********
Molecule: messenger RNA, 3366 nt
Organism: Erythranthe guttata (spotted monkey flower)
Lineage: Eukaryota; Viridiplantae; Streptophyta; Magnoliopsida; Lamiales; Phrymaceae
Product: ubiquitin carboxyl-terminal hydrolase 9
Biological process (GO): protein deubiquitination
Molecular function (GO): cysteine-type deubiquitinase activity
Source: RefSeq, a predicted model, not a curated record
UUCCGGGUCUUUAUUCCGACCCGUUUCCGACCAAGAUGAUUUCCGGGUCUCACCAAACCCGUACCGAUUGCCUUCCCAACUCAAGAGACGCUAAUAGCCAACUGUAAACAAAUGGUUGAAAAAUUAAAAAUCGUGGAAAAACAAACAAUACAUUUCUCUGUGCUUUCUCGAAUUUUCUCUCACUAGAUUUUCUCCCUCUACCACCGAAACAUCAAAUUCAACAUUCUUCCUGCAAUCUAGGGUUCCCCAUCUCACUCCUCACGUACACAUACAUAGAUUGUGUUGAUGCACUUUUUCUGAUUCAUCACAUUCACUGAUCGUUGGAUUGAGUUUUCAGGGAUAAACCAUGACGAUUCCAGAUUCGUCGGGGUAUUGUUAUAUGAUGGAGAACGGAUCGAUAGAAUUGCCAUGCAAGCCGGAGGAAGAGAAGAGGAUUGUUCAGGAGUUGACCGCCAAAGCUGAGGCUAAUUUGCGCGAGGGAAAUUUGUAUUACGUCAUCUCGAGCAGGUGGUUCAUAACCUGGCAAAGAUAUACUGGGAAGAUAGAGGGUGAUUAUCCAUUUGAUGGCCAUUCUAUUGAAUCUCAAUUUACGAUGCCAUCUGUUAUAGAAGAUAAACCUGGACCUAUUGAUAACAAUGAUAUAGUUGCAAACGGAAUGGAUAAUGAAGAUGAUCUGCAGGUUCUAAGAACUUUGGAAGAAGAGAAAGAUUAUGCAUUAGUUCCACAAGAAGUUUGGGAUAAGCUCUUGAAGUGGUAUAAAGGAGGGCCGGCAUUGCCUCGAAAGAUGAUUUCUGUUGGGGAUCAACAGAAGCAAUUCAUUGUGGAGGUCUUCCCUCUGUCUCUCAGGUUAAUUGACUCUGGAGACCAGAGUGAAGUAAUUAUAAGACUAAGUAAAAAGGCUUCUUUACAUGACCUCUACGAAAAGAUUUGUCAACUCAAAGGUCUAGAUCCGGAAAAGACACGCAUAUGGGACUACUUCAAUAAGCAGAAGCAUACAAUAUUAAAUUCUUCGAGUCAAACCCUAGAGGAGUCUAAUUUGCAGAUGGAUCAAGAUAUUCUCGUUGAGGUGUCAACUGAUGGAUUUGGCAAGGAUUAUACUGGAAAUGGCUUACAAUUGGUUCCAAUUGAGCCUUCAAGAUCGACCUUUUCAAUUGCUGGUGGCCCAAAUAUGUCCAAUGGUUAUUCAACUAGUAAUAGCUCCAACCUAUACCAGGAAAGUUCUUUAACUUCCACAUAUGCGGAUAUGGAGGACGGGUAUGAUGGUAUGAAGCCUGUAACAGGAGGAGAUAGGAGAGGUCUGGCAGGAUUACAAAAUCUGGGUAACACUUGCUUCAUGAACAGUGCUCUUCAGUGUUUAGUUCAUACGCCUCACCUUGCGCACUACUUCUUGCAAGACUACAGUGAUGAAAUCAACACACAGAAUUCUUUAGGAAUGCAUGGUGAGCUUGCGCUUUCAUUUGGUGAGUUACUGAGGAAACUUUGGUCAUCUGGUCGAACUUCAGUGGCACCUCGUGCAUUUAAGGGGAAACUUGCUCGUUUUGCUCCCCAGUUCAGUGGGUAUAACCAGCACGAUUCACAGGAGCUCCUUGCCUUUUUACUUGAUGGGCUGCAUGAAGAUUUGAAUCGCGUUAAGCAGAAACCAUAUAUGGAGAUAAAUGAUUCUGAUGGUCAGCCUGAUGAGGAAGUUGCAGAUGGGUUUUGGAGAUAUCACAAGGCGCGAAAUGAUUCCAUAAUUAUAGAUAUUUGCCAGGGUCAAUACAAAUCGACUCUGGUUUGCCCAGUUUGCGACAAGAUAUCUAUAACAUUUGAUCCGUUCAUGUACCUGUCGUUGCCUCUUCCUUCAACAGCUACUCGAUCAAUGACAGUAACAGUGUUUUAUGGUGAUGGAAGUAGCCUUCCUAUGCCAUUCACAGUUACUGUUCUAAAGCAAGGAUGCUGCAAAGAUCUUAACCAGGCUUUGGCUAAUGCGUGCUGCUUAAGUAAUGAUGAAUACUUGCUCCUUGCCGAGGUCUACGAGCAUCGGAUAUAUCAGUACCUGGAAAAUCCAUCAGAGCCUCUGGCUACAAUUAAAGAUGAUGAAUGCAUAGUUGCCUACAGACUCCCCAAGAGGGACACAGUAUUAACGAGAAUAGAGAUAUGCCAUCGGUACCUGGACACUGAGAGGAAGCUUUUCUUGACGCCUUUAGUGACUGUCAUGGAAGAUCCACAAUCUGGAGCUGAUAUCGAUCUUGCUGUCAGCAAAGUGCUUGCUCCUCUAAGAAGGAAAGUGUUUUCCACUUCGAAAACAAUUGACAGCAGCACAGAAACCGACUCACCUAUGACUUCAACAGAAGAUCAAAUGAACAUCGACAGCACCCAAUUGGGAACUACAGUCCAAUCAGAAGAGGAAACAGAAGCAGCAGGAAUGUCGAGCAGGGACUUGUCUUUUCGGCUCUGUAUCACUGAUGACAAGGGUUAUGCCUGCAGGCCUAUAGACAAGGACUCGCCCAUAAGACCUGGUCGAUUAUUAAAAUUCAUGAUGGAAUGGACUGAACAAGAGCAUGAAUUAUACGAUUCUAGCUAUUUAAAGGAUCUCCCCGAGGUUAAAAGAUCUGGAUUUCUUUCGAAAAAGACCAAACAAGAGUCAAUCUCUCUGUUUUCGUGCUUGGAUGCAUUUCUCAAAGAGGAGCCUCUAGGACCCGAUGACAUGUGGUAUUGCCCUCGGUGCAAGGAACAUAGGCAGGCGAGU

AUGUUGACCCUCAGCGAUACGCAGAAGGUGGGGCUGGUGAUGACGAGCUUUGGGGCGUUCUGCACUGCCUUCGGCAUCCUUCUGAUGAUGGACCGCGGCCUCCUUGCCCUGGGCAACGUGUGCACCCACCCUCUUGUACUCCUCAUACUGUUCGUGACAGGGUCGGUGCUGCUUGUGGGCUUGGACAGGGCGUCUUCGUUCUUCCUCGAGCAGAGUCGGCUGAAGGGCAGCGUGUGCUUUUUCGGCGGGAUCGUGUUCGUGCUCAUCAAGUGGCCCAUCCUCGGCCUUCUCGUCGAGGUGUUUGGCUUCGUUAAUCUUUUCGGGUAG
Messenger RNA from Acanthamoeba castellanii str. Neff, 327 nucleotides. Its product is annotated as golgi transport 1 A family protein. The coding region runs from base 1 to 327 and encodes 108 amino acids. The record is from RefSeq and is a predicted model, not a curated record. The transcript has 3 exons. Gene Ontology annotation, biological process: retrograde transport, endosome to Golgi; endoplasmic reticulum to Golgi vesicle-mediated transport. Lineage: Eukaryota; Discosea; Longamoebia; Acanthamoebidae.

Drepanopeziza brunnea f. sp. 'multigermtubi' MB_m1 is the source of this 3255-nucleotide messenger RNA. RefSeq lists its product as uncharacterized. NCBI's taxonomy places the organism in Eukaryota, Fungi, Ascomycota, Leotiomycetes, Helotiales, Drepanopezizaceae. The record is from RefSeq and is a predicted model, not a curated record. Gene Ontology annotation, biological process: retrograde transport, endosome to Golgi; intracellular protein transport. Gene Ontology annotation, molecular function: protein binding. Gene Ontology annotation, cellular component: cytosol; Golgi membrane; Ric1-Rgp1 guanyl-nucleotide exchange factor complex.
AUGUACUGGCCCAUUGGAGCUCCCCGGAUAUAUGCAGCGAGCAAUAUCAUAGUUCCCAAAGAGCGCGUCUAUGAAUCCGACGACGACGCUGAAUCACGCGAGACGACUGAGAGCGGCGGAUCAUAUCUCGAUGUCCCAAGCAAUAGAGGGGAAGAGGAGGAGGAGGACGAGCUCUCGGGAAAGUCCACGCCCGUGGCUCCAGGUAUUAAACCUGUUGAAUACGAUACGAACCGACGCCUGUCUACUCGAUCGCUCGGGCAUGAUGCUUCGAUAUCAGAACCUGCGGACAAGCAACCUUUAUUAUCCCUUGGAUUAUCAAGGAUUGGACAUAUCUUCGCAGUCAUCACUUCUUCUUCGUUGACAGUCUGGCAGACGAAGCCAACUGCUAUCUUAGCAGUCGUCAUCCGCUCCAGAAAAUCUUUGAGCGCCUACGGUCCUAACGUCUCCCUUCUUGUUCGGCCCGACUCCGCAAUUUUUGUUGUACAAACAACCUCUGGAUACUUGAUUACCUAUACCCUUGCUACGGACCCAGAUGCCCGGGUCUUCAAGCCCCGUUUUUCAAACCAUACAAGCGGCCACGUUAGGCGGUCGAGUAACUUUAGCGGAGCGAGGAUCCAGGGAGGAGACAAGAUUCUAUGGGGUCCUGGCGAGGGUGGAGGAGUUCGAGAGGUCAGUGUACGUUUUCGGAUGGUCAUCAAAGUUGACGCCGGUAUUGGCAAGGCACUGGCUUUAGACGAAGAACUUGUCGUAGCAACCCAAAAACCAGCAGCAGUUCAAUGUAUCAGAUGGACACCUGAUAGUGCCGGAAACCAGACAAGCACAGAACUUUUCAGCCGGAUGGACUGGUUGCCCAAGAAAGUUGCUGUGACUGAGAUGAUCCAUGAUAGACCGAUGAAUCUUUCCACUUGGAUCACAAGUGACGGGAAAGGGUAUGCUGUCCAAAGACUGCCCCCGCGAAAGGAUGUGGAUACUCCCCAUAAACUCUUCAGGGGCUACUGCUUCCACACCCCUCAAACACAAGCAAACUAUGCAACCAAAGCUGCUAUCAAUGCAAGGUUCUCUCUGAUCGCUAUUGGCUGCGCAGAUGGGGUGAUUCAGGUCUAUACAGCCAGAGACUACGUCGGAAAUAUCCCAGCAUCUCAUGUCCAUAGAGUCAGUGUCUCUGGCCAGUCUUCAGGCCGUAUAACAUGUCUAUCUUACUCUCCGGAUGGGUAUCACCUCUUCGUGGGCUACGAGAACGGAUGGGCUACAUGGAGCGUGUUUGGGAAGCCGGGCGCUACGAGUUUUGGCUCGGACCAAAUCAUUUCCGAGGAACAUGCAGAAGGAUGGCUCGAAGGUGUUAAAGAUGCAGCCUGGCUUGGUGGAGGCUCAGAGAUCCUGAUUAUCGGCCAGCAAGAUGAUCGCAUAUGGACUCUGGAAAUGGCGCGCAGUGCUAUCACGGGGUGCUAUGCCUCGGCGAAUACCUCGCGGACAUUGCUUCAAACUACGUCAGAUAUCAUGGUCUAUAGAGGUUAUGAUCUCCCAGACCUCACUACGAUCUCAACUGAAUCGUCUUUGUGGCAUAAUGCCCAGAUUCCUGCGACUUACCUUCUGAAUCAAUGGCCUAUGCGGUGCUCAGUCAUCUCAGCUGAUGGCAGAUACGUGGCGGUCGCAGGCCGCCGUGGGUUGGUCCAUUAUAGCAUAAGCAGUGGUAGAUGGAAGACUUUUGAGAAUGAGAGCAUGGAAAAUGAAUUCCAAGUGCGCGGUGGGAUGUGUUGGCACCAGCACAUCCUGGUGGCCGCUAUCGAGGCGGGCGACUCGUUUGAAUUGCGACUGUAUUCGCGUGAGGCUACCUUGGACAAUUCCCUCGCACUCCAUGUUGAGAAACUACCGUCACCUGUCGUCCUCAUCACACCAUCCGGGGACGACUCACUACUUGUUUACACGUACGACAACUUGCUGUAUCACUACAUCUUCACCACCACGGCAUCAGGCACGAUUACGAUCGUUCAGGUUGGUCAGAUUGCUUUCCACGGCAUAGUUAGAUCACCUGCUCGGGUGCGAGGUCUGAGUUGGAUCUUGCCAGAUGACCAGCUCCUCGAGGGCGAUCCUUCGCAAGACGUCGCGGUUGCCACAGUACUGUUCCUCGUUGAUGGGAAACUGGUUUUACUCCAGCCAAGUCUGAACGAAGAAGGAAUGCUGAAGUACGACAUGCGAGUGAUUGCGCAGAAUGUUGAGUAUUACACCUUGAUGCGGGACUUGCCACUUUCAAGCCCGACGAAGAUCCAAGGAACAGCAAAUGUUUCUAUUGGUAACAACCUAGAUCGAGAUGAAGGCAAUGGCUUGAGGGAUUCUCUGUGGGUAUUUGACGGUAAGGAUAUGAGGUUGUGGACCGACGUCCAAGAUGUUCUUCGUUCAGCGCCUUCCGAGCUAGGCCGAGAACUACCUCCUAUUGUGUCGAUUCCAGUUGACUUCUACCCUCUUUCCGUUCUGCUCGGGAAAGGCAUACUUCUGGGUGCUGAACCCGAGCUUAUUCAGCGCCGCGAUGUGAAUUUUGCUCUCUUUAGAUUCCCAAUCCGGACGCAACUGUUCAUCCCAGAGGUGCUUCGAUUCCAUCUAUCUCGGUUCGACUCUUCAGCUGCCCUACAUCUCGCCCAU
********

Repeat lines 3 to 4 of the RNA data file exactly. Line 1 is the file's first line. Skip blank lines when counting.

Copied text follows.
Lineage: Eukaryota; Viridiplantae; Streptophyta; Magnoliopsida; Lamiales; Phrymaceae
Product: ubiquitin carboxyl-terminal hydrolase 9